RoadTrip is a perfectly reasonable concept: you get hundreds of campaigners from around the country to descend on one of the target seats, and give them a great experience that hopefully keeps them coming back. Seems fair enough. But my problems are with the way that it is administered, and the logic behind the leadership. For starters, there are questions about the selection of seats which are visited. The first RoadTrip went to support Aiden Burley, who was not even an MP in a 40:40 seat. So who is making the decisions on where RoadTrip goes, and how meritocratic is this process?
Building on that, we have to ask questions about when RoadTrip announcements are made. Twice now, RoadTrips announced only weeks in advance have clashed with long-arranged regional campaign days in the West Midlands, leading to very low turnouts in West Mids 40:40 constituencies. RoadTrip is robbing Peter to pay Paul. And yet this could so easily be remedied – simply announce the RoadTrip dates in advance to that the CF Regions, Areas and Constituencies can work around them. I am amazed that following repeated requests through various channels, within a Party that is meant to stand for localism, we are still pilling on the support for a centralised one-size-fits-all campaign plan, which is damaging campaigning organised closer to the coalface.
Just to be extra clear, because I know what conclusions some people will draw from this, I am not anti-RoadTrip. I am against the way it has been implemented.
Which neatly brings us on to the Conservative Future elections 2014, so far dominated by, you guessed it; RoadTrip! That’s right, the people who bought you centralised, we-know-best campaigning (do I hear cries of ‘Shame! Socialism!’?) are now running to be the leaders of our very own youth organisation. Now I know some of the individuals involved, and I like them, and in many ways they are unfortunate for being the first to raise their heads above the electoral parapet. But that must not prevent some very serious questions being asked of the democratic process.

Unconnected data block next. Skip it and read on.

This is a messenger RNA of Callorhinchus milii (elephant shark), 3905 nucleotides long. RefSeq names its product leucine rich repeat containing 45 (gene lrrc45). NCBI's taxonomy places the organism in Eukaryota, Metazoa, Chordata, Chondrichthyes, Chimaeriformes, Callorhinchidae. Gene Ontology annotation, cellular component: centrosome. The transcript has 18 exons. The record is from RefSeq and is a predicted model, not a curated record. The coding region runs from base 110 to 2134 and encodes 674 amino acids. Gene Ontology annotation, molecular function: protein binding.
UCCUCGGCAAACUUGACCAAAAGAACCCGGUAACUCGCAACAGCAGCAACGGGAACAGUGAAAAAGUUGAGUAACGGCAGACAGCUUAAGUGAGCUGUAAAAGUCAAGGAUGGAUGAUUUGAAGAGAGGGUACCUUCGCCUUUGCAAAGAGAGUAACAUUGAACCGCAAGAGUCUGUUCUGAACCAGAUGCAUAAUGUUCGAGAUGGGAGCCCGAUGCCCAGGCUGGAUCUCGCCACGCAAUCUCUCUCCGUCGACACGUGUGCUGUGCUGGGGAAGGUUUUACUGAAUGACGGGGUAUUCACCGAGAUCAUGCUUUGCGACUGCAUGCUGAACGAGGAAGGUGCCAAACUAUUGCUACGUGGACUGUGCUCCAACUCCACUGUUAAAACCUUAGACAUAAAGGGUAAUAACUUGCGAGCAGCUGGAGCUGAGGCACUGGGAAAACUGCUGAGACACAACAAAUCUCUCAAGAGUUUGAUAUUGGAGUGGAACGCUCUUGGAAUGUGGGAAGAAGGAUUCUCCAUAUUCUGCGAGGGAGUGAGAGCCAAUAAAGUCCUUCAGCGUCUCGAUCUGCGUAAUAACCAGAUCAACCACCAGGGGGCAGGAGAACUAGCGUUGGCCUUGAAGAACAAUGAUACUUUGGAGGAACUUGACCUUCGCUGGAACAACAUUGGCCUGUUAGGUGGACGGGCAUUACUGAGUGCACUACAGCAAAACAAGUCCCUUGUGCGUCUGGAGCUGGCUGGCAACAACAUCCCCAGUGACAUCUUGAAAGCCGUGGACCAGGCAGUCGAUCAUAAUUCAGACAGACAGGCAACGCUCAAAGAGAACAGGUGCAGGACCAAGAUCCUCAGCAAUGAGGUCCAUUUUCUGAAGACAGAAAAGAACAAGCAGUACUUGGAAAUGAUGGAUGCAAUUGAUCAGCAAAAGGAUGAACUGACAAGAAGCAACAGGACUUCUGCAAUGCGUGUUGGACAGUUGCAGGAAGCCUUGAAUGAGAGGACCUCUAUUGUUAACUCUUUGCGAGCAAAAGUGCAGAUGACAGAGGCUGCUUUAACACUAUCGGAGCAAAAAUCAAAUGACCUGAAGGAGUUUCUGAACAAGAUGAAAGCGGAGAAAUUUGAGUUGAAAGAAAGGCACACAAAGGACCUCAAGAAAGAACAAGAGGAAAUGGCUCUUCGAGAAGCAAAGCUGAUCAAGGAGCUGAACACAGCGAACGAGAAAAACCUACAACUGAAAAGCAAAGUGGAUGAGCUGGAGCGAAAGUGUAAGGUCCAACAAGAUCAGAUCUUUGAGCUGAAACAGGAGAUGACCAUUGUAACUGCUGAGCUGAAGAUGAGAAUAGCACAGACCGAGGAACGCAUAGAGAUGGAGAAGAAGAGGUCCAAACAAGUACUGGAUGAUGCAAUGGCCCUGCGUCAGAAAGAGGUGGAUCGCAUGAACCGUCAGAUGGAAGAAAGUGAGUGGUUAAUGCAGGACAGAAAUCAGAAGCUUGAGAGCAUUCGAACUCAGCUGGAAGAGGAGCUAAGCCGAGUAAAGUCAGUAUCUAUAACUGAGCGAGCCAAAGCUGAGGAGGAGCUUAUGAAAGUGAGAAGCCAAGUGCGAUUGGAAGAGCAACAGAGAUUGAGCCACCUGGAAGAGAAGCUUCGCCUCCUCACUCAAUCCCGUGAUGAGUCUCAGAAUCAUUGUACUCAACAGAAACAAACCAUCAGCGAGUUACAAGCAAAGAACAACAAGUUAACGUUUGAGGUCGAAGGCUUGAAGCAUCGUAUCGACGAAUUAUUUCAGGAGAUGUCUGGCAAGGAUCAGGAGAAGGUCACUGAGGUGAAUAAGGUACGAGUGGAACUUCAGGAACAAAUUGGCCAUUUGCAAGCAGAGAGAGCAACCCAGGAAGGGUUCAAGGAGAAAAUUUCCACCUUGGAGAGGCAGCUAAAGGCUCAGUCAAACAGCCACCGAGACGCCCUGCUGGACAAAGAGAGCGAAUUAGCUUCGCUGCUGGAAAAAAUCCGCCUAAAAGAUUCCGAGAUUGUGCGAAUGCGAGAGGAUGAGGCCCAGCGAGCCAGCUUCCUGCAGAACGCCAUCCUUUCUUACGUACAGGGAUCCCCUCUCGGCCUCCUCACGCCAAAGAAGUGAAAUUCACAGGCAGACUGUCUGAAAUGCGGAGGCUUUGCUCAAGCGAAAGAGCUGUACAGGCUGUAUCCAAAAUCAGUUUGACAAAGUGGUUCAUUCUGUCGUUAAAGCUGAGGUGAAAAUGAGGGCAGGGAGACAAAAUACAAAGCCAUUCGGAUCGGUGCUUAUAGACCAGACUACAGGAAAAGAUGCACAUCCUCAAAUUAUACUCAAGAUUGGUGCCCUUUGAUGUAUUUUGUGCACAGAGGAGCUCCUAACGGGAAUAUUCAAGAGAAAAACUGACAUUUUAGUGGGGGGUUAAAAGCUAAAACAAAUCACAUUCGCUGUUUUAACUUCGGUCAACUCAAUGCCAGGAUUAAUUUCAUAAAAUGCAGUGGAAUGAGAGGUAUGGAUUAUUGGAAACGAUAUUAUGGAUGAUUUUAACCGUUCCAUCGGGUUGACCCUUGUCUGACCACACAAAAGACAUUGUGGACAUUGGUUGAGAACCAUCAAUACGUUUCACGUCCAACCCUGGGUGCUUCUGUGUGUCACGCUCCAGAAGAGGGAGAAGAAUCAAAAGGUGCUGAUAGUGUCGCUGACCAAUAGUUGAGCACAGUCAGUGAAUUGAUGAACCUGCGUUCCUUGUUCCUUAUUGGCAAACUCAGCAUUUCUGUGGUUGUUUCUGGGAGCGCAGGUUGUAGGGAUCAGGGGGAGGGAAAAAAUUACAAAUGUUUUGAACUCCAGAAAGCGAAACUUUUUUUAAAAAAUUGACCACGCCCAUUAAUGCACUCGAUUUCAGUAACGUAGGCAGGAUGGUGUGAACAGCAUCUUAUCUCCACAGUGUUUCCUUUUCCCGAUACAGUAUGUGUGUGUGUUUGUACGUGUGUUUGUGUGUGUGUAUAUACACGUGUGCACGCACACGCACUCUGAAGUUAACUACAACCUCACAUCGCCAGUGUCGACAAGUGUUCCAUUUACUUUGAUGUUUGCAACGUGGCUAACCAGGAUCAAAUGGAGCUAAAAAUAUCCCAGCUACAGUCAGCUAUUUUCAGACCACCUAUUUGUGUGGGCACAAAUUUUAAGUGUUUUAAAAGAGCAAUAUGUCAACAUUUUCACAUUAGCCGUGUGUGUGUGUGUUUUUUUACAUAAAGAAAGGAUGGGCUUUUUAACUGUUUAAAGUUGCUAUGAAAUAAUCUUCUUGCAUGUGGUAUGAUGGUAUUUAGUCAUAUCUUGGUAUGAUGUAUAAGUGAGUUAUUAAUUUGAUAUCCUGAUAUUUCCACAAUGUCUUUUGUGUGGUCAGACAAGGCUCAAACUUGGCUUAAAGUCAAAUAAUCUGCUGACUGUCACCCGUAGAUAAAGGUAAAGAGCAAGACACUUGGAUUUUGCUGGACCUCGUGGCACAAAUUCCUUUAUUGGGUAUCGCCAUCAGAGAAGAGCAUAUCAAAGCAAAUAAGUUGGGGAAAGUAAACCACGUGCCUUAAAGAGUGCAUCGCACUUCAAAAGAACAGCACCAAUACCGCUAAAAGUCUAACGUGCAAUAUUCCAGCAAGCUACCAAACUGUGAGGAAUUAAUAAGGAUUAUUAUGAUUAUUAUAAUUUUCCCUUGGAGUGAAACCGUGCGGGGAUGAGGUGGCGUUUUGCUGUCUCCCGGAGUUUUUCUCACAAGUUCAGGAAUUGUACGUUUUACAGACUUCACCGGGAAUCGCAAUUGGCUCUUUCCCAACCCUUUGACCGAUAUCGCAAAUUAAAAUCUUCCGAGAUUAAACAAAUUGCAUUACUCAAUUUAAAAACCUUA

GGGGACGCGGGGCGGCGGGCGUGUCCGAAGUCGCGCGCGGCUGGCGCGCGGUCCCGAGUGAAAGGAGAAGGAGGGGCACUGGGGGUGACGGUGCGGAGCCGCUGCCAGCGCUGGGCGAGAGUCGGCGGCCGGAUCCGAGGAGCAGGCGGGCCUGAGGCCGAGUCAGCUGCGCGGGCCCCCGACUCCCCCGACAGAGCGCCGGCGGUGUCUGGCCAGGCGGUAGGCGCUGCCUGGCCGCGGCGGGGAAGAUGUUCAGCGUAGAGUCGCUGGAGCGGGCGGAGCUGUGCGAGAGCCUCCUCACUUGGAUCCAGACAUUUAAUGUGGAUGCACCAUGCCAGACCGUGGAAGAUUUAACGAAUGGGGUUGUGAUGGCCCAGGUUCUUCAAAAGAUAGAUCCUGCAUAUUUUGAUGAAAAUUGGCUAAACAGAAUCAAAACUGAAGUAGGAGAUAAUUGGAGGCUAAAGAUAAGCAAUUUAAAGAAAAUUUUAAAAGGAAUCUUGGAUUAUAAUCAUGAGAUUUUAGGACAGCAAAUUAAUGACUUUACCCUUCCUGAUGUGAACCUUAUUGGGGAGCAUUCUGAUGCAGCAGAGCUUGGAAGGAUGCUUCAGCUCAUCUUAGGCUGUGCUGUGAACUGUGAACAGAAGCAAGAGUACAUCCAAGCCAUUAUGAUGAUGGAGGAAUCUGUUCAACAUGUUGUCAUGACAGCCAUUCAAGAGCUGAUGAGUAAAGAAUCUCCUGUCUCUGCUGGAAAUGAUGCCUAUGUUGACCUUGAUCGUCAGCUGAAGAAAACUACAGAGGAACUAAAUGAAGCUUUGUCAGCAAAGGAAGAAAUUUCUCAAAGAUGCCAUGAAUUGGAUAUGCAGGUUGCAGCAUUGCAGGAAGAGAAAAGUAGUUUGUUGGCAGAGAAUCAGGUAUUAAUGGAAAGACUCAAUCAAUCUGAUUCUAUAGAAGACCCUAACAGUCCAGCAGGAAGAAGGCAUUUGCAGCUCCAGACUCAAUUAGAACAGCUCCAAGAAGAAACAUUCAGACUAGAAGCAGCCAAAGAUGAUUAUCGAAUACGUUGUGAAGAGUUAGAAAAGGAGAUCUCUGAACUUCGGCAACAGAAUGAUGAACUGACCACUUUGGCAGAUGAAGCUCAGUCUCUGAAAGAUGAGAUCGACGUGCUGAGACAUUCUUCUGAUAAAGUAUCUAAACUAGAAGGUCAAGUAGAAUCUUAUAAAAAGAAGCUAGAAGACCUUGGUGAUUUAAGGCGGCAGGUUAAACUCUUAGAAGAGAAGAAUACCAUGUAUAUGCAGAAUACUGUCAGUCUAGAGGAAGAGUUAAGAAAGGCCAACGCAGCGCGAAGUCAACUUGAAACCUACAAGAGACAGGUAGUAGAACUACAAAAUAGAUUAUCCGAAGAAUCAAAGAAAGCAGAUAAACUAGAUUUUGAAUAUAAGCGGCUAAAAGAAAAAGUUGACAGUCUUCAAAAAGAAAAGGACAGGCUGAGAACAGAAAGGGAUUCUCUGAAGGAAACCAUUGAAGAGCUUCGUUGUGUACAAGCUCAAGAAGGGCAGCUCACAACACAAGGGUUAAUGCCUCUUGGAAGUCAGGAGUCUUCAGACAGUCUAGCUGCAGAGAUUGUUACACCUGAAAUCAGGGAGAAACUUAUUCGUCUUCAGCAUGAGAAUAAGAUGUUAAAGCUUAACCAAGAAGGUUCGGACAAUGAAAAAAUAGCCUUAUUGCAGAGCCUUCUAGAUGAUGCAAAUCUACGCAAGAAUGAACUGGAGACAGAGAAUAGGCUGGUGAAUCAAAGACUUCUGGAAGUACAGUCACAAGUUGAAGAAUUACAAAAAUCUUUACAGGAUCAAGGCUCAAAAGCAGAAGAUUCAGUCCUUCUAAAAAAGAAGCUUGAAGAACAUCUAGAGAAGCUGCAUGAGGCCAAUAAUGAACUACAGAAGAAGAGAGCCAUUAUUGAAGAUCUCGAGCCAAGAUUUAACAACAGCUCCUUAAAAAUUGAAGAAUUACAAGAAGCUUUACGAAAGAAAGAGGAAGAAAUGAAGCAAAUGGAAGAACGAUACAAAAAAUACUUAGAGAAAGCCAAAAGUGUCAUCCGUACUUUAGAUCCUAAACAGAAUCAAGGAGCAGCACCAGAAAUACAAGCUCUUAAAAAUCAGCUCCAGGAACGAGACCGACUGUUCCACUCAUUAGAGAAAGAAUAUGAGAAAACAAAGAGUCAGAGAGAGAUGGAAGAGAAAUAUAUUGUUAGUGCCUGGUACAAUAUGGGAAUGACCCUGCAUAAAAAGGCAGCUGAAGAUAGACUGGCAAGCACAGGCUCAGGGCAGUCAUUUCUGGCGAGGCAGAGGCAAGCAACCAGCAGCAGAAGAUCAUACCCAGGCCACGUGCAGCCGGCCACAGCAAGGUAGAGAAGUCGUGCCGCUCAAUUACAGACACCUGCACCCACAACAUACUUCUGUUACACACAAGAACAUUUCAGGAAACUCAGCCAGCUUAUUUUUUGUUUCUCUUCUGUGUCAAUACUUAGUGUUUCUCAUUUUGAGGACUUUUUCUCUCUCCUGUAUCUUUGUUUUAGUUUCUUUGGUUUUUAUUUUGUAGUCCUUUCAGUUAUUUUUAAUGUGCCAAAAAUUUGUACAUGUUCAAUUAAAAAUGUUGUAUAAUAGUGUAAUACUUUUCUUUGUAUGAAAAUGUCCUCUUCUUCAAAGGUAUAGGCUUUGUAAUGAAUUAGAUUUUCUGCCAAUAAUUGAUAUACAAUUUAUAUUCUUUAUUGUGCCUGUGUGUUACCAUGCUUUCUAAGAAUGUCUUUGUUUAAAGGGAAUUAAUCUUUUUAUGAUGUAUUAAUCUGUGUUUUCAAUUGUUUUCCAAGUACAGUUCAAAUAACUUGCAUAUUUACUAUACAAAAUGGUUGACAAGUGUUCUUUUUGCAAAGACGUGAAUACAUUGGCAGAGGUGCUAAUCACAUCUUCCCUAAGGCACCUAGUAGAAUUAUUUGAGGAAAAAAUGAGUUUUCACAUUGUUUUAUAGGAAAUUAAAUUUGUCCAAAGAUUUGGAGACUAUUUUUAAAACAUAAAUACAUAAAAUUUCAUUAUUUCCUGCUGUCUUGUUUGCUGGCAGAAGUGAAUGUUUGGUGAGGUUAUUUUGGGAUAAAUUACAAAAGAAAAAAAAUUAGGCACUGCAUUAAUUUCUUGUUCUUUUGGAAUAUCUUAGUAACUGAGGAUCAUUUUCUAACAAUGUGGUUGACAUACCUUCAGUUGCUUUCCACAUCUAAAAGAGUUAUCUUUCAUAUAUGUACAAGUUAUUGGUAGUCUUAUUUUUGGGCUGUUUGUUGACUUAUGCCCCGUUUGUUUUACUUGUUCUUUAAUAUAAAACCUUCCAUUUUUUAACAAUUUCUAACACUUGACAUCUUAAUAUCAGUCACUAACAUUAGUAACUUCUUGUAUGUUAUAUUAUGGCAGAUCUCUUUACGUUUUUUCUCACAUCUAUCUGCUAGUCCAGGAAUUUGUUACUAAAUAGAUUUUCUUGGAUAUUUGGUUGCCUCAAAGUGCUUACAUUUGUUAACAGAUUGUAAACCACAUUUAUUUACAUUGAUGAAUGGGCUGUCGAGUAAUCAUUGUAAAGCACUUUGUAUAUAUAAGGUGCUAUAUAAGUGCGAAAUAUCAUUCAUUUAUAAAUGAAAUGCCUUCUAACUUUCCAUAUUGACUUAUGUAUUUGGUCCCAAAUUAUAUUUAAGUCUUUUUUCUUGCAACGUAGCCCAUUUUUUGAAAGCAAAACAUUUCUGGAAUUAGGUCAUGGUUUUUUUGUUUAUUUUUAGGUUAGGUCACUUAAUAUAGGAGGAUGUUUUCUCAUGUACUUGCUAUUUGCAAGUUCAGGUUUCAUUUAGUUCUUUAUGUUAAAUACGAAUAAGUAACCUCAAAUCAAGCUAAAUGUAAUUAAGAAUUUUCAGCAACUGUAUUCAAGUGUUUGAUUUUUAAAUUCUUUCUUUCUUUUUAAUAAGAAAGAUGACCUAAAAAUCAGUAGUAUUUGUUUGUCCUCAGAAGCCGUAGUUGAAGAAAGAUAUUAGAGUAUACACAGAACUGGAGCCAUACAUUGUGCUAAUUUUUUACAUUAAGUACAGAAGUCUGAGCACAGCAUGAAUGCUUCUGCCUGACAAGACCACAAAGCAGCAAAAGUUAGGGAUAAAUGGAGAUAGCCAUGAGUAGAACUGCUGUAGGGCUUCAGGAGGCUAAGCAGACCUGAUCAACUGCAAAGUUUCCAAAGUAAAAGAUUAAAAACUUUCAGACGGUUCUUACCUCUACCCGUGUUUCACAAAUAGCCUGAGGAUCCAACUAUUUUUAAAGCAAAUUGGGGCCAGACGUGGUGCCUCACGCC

If various online murmurings are to be believed, the RoadTrip slate of candidates was well aware that an election was on the way before the rest of us. Indeed the only formal announcement I can find that nominations had opened was a rare tweet from the Conservative Future account. I myself, as a member of the National CF Strategy Team asked earlier this month in emails and in a report, for guidance on when the elections would be. Answer there came none.
Are we to assume that one needs to be a RoadTripper to get access to this electorally favourable data? Wouldn't it be much better if we just had a set, defined, 12 month term of office, so everyone knows where they stand? And what of the mysterious campaign emails people have been receiving? Where did the list of email addresses come from?
But let’s also look at what, or who, may be behind this slate. This slate is united in RoadTrip, and if the blogs are to be believed, have begun to amass funds to support the campaign. So why don’t they be open with us about where this money has come from, if indeed it does exist. In a general election we expect transparency in Party donations so questions about influence can be addressed. Its time all those standing in this election volunteered this information so that we can have faith that our democracy is not being unduly influenced from outside.
Finally, I want to look at the idea of a slate so united by one notion. As I have already said, I do know some of those on the slate, and have faith in their ability to fulfil the role; however wouldn’t it be better to have a little more political diversity? In the same way we would question a team comprised solely of individuals from London, is it healthy to have our leadership dominated by the notion that campaigning is the be all and end all. I am front of the queue when it comes to wanting more of our members to go and knock on doors, but I want to see a CF that is more than that. One that has a proper, grown-up relationship with HQ, where we are respected and listened to. One where we influence our parties debates, and not just deliver leaflets. One where we all genuinely work together, recognising the strengths and weaknesses of different approaches, and don’t work cross purposes.
I want to wish Alexandra and her team the very best for the election. I don’t want this to be seen as simple against a particular slate. Those that know me will confirm that as more information trickles down, other candidates will get the spotlight shone on them. Overall I want to start a debate, so that this election can be different that the others. We need our leaders to open the window to questioning, but just as importantly we need members to ask those questions which are too long overdue.